Getting started with Stripe: Do it so it won’t scale

So you want to create a startup product that you want people to pay for? A great way to integrate payment is with Stripe. They make it super easy to accept credit card payments and their API is incredibly simple to use.

When I setup Email It In, the simple way to email files to Google Drive, Skydrive or Dropbox, I knew from the outset I wanted a way to monetize the service. So Stripe seemed like the obvious solution and so far I’m very happy with it.

But when thinking about payments anyone who understands credit cards and recurring payments knows that there’s a bunch of things you need to consider:

  • What happens when a payment is revoked? (called a “chargeback” in the credit card world)
  • What happens when a credit card expires?
  • What happens when a credit card is cancelled because of fraud against the owner?
  • What are the events I don’t understand because I don’t know all the details about payments – that’s not my business because I am just a nerd with a good idea?
  • How do I let someone cancel and get a refund?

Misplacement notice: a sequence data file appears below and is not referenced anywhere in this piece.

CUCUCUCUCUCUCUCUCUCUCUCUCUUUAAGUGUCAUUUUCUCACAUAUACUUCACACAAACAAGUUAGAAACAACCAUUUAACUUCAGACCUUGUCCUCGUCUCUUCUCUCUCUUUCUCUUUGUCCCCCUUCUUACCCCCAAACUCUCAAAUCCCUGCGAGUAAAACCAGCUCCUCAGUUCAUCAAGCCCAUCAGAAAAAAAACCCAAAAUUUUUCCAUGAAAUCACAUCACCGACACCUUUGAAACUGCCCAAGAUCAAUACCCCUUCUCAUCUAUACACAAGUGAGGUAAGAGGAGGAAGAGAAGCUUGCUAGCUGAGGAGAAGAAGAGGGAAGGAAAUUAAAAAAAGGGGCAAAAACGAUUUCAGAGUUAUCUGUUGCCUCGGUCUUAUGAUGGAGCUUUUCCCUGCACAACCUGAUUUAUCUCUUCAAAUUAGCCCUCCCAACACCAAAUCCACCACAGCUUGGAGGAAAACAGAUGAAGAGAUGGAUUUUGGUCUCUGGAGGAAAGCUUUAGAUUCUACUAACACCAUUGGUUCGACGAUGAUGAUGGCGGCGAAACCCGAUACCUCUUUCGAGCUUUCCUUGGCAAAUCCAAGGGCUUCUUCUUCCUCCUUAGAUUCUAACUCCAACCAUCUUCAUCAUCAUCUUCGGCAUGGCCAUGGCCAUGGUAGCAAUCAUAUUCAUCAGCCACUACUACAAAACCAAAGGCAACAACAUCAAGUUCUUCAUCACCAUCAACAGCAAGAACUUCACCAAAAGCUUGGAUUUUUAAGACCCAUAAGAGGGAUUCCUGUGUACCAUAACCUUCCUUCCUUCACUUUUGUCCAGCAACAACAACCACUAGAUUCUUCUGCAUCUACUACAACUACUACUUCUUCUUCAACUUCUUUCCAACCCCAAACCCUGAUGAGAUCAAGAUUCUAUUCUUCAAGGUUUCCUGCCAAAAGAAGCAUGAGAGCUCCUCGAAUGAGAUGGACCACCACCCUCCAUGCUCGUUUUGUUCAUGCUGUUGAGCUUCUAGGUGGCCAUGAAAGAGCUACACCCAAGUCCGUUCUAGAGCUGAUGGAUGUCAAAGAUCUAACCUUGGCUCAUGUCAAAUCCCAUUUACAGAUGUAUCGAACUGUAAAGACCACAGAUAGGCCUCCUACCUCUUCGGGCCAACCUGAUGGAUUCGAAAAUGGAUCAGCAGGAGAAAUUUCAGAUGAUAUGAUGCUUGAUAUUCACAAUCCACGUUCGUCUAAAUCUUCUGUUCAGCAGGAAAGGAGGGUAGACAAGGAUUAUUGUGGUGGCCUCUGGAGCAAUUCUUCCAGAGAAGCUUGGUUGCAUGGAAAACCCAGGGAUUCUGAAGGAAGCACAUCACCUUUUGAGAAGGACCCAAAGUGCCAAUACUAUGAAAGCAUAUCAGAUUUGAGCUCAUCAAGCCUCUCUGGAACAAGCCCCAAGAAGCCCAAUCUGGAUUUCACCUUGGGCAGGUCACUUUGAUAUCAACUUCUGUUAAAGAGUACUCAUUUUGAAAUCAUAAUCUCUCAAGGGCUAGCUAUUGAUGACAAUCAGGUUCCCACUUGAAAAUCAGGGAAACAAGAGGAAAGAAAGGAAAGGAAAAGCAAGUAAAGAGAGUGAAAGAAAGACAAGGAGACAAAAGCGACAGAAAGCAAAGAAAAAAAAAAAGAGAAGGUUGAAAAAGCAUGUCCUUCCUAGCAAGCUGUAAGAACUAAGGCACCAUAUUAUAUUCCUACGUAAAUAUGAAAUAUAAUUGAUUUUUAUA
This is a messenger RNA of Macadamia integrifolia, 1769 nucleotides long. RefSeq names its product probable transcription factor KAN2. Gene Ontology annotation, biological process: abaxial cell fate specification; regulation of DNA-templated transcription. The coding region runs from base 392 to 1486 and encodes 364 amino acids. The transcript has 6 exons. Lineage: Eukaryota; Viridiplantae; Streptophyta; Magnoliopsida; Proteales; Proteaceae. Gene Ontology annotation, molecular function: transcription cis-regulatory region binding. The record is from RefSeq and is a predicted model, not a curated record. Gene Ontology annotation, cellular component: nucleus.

What I know in life I know from experience, so how can you get experience of all of these things with Stripe without being super-human? We build it so that dealing with these issues is at first a manual problem, but so it gives us enough information in the system to make it automated in the future.

So what’s the secret? The trick is in Stripe’s hooks.

They send you HTTP events when most of these things happen. The trick is to email yourself when you receive these events. The code for this in Node.js is simple:

app.post("/_stripe_hook", function (req, res) {
    console.log("Stripe hook called: ", req.body);
        from: "Email It In <stripe@emailitin.com>",
        to: "Matt Sergeant <helpme@gmail.com>",
        subject: "Stripe Hook Called",
        text: util.inspect(req.body, { depth: null }),
    }, function (err, response) {
        if (err) console.log(err);
        else console.log("Message Sent: " + response.message);

        return res.send(200);

Now the downside is that I see everything. For every initial credit card transaction I get 6 or 7 emails. But that visibility into the process is hugely useful. You get to see everything that happens and can deal with things you haven’t seen before very quickly. Yes you have to be able to understand JSON, but that’s fairly trivial even for non-developers.

Some day soon I’ll replace much of this with automation. But I’ll do that when the number of emails becomes too much. And that will frankly be considered a good day.


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